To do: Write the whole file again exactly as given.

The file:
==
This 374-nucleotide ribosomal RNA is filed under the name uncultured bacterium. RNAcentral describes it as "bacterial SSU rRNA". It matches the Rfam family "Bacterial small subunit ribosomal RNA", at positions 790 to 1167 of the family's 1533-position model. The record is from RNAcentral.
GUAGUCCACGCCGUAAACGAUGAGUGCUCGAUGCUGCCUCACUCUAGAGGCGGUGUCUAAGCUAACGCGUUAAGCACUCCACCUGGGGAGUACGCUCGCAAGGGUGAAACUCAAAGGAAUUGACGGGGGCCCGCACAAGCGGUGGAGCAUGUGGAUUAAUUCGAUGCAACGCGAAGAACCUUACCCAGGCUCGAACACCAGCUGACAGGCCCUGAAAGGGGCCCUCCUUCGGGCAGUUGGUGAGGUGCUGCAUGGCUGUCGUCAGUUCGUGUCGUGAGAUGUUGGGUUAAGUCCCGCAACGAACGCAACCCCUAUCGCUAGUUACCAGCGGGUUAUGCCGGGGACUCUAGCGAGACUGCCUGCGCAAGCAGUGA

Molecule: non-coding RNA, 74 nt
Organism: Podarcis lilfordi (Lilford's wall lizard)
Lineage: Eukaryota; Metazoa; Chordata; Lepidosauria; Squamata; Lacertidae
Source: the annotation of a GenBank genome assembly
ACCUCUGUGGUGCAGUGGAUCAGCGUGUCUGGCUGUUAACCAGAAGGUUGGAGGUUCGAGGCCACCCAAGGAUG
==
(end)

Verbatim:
This 374-nucleotide ribosomal RNA is filed under the name uncultured bacterium. RNAcentral describes it as "bacterial SSU rRNA". It matches the Rfam family "Bacterial small subunit ribosomal RNA", at positions 790 to 1167 of the family's 1533-position model. The record is from RNAcentral.
GUAGUCCACGCCGUAAACGAUGAGUGCUCGAUGCUGCCUCACUCUAGAGGCGGUGUCUAAGCUAACGCGUUAAGCACUCCACCUGGGGAGUACGCUCGCAAGGGUGAAACUCAAAGGAAUUGACGGGGGCCCGCACAAGCGGUGGAGCAUGUGGAUUAAUUCGAUGCAACGCGAAGAACCUUACCCAGGCUCGAACACCAGCUGACAGGCCCUGAAAGGGGCCCUCCUUCGGGCAGUUGGUGAGGUGCUGCAUGGCUGUCGUCAGUUCGUGUCGUGAGAUGUUGGGUUAAGUCCCGCAACGAACGCAACCCCUAUCGCUAGUUACCAGCGGGUUAUGCCGGGGACUCUAGCGAGACUGCCUGCGCAAGCAGUGA

Molecule: non-coding RNA, 74 nt
Organism: Podarcis lilfordi (Lilford's wall lizard)
Lineage: Eukaryota; Metazoa; Chordata; Lepidosauria; Squamata; Lacertidae
Source: the annotation of a GenBank genome assembly
ACCUCUGUGGUGCAGUGGAUCAGCGUGUCUGGCUGUUAACCAGAAGGUUGGAGGUUCGAGGCCACCCAAGGAUG